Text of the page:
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Turkish stressed syllables

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Super Member
Joined: 27.01.2014
Pending moderation

Which syllables should be stressed in these words?

Yaparım
Yapacağım
Yaptığım
Yaptıkları
Yapsın
Yapmasın
Yapınca
Yapıp

Or maybe you could give me a link for books or sites with information about stress in Turkish?

Moderator
Joined: 21.06.2013

Hi. All the syllables are stressed in these words. Except the second and the third ones. As "ğ" isn't pronounced so it becomes something like that yah-pah -caah- m (Yapacağım).

Moderator and Scholar of a Dark Age
Joined: 16.02.2011

I don't know, but this seems like an interesting question.

@taddy26: I'm not sure we understand the same thing by "stressed".
I would assume from your explanation that you rather understood the question here as "which letters get pronounced, are there any silent letters?".
Normally, I'd understand it as "which syllable of each word is pronounced more strongly/louder/with higher pitch than the others, i.e. has the main word stress on it?".

Moderator
Joined: 21.06.2013
Sciera wrote:

I don't know, but this seems like an interesting question.

@taddy26: I'm not sure we understand the same thing by "stressed".
I would assume from your explanation that you rather understood the question here as "which letters get pronounced, are there any silent letters?".
Normally, I'd understand it as "which syllable of each word is pronounced more strongly/louder/with higher pitch than the others, i.e. has the main word stress on it?".

Oh, yeah, seems like I've understood yet another thing. Thanks for clarification.

Moderator
Joined: 21.06.2013

Well, usually the last syllables are stressed. Exception for some loanwords. But we usually stress the last syllables when speaking. Furthermore, there are some suffixes that they are not stressed, so you'll need to stress the syllable before the particular suffix. I can make the list of those suffixes if you want.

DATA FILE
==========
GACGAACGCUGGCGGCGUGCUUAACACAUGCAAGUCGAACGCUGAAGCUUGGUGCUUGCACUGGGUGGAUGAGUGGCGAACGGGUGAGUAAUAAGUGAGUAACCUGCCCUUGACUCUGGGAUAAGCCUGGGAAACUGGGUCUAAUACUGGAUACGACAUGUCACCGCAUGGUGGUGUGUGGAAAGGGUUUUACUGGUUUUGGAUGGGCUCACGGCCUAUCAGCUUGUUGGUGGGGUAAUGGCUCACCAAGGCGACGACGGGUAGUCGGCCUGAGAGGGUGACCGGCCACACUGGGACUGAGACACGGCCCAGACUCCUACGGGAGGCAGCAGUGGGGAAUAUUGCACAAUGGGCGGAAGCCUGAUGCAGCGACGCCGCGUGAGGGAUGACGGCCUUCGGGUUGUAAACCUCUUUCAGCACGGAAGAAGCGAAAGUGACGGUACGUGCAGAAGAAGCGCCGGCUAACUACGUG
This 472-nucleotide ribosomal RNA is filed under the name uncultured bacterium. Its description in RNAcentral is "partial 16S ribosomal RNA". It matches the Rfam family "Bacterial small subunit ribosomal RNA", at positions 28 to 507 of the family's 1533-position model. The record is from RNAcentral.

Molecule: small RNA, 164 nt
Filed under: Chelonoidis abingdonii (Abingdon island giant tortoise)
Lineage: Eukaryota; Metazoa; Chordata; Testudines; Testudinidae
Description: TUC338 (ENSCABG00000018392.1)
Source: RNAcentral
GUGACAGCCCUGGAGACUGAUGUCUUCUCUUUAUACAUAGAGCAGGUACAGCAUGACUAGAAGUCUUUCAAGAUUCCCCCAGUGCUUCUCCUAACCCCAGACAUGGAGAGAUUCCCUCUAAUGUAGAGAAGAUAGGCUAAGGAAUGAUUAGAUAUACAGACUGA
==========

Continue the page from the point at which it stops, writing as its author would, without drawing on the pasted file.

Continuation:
Super Member
Joined: 27.01.2014

I would be very glad if you make such a list.

Moderator
Joined: 21.06.2013

- "de" (conjuction)
- "ki" (conjuction) ["-ki" adjective forming suffix is stressed]
- " ile, iken, ise, idi, İmiş" and their short forms
- " -im, -sın, -dir, -iz, -sinir, -dirler" (verb forming suffixes)
- "-gil"
- "-ma/me" (negative sentences forming suffixes)
- "-yor" (present tense forming suffix)
- "-arak/ınca/casına[cesine] (adverb forming suffixes)
- "-stan" (this suffix forms geographical places. E.g Yunanistan [Greece])

Oh, well, this is the best that I can..

Moderator
Joined: 21.06.2013

Another one just came to my mind:
- "-lar/ler" they are stressed when you add them to nouns (kalemler, but they are not stressed when you add them to verbs, you must stres the syllable before that then (geldiler)

Senior Member
Joined: 18.10.2013

Ya-PA-rım (Verb)
Ya-pa-CAĞ-ım (Verb)
Ya-pa-cağ-IM (Adjective)
Yap-tı-ĞIM (Adjective)
Yap-tık-la-RI (Adjective)
Yap-SIN (Subjunctive)
YAP-ma-sın (Negative subjunctive)
Ya-PIN-ca (Verbal adverb)
Ya-PIP (Verbal adverb)

"Stress" means "vurgu" in Turkish. There are two types "vurgu":
1- Kelimede vurgu (Stress in words)
2- Cümlede vurgu (Stress in sentences)

Unfortunately it's hard to find articles in English. Here are some information in Turkish:

http://www.dilbilgisi.net/konular/vurgu/ (Stress in words)
http://www.edebiyatogretmeni.info/turkcede-vurgunun-ozellikleri.htm (Stress in words)
https://www.cokbilgi.com/yazi/vurgu-nedir-kelime-ve-cumle-vurgusu/ (Stress in words)
http://www.dilbilgisi.net/konular/cumle-bilgisi/cumle-vurgusu/ (Stress in sentences)

Junior Member
Joined: 16.04.2017

why are those words adjectives?
"Ya-pa-cağ-IM (Adjective)
Yap-tı-ĞIM (Adjective)
Yap-tık-la-RI (Adjective)"

"yapacagim" means "I will do it" it is future!

Moderator
Joined: 21.06.2013
Kanije wrote:

why are those words adjectives?
"Ya-pa-cağ-IM (Adjective)
Yap-tı-ĞIM (Adjective)
Yap-tık-la-RI (Adjective)"